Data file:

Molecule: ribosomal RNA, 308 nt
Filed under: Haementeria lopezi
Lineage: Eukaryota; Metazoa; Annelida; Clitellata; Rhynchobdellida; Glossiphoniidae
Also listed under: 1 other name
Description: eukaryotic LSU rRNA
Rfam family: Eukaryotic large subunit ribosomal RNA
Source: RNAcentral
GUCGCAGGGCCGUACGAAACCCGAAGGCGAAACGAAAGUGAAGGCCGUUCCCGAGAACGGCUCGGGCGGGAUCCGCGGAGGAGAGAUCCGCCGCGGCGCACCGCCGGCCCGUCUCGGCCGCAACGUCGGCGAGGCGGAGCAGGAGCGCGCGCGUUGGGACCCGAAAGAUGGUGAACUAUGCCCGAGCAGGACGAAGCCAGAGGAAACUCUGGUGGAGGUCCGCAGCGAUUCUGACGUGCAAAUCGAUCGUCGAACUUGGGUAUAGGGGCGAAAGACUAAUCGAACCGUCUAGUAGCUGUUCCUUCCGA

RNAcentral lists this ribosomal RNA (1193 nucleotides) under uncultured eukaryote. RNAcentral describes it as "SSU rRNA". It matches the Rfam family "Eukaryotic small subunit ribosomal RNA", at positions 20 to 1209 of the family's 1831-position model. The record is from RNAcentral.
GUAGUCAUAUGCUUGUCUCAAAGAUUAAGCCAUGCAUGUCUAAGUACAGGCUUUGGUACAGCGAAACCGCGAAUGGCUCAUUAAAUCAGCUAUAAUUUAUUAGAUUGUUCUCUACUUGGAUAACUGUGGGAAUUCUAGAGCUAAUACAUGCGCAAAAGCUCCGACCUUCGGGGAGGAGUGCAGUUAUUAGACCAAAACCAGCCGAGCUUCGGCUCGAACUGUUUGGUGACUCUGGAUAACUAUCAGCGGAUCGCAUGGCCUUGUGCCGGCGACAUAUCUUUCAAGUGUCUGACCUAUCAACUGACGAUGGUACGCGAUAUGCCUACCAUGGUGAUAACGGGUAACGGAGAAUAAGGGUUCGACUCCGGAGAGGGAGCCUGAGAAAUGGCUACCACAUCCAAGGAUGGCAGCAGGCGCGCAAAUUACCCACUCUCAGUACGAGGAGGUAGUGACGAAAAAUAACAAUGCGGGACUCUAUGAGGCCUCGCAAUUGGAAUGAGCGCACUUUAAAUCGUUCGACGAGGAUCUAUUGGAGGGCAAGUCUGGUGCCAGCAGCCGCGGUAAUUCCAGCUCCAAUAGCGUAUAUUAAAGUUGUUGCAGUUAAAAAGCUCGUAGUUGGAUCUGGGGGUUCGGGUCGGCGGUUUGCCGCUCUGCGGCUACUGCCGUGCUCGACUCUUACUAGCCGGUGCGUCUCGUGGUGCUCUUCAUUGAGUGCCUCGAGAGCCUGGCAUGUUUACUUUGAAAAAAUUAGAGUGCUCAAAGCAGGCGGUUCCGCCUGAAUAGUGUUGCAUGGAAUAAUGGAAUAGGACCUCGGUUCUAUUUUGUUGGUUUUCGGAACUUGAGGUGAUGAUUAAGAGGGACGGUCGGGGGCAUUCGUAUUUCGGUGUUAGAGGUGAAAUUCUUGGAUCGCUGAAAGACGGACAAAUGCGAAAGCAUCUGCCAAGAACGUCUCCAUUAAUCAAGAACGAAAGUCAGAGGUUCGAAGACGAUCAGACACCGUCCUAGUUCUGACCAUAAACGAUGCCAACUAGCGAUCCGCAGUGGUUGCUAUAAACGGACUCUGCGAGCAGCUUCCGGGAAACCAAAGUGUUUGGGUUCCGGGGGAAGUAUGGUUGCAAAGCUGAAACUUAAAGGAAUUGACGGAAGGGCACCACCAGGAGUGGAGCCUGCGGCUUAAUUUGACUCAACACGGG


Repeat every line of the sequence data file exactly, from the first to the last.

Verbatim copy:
Molecule: ribosomal RNA, 308 nt
Filed under: Haementeria lopezi
Lineage: Eukaryota; Metazoa; Annelida; Clitellata; Rhynchobdellida; Glossiphoniidae
Also listed under: 1 other name
Description: eukaryotic LSU rRNA
Rfam family: Eukaryotic large subunit ribosomal RNA
Source: RNAcentral
GUCGCAGGGCCGUACGAAACCCGAAGGCGAAACGAAAGUGAAGGCCGUUCCCGAGAACGGCUCGGGCGGGAUCCGCGGAGGAGAGAUCCGCCGCGGCGCACCGCCGGCCCGUCUCGGCCGCAACGUCGGCGAGGCGGAGCAGGAGCGCGCGCGUUGGGACCCGAAAGAUGGUGAACUAUGCCCGAGCAGGACGAAGCCAGAGGAAACUCUGGUGGAGGUCCGCAGCGAUUCUGACGUGCAAAUCGAUCGUCGAACUUGGGUAUAGGGGCGAAAGACUAAUCGAACCGUCUAGUAGCUGUUCCUUCCGA

RNAcentral lists this ribosomal RNA (1193 nucleotides) under uncultured eukaryote. RNAcentral describes it as "SSU rRNA". It matches the Rfam family "Eukaryotic small subunit ribosomal RNA", at positions 20 to 1209 of the family's 1831-position model. The record is from RNAcentral.
GUAGUCAUAUGCUUGUCUCAAAGAUUAAGCCAUGCAUGUCUAAGUACAGGCUUUGGUACAGCGAAACCGCGAAUGGCUCAUUAAAUCAGCUAUAAUUUAUUAGAUUGUUCUCUACUUGGAUAACUGUGGGAAUUCUAGAGCUAAUACAUGCGCAAAAGCUCCGACCUUCGGGGAGGAGUGCAGUUAUUAGACCAAAACCAGCCGAGCUUCGGCUCGAACUGUUUGGUGACUCUGGAUAACUAUCAGCGGAUCGCAUGGCCUUGUGCCGGCGACAUAUCUUUCAAGUGUCUGACCUAUCAACUGACGAUGGUACGCGAUAUGCCUACCAUGGUGAUAACGGGUAACGGAGAAUAAGGGUUCGACUCCGGAGAGGGAGCCUGAGAAAUGGCUACCACAUCCAAGGAUGGCAGCAGGCGCGCAAAUUACCCACUCUCAGUACGAGGAGGUAGUGACGAAAAAUAACAAUGCGGGACUCUAUGAGGCCUCGCAAUUGGAAUGAGCGCACUUUAAAUCGUUCGACGAGGAUCUAUUGGAGGGCAAGUCUGGUGCCAGCAGCCGCGGUAAUUCCAGCUCCAAUAGCGUAUAUUAAAGUUGUUGCAGUUAAAAAGCUCGUAGUUGGAUCUGGGGGUUCGGGUCGGCGGUUUGCCGCUCUGCGGCUACUGCCGUGCUCGACUCUUACUAGCCGGUGCGUCUCGUGGUGCUCUUCAUUGAGUGCCUCGAGAGCCUGGCAUGUUUACUUUGAAAAAAUUAGAGUGCUCAAAGCAGGCGGUUCCGCCUGAAUAGUGUUGCAUGGAAUAAUGGAAUAGGACCUCGGUUCUAUUUUGUUGGUUUUCGGAACUUGAGGUGAUGAUUAAGAGGGACGGUCGGGGGCAUUCGUAUUUCGGUGUUAGAGGUGAAAUUCUUGGAUCGCUGAAAGACGGACAAAUGCGAAAGCAUCUGCCAAGAACGUCUCCAUUAAUCAAGAACGAAAGUCAGAGGUUCGAAGACGAUCAGACACCGUCCUAGUUCUGACCAUAAACGAUGCCAACUAGCGAUCCGCAGUGGUUGCUAUAAACGGACUCUGCGAGCAGCUUCCGGGAAACCAAAGUGUUUGGGUUCCGGGGGAAGUAUGGUUGCAAAGCUGAAACUUAAAGGAAUUGACGGAAGGGCACCACCAGGAGUGGAGCCUGCGGCUUAAUUUGACUCAACACGGG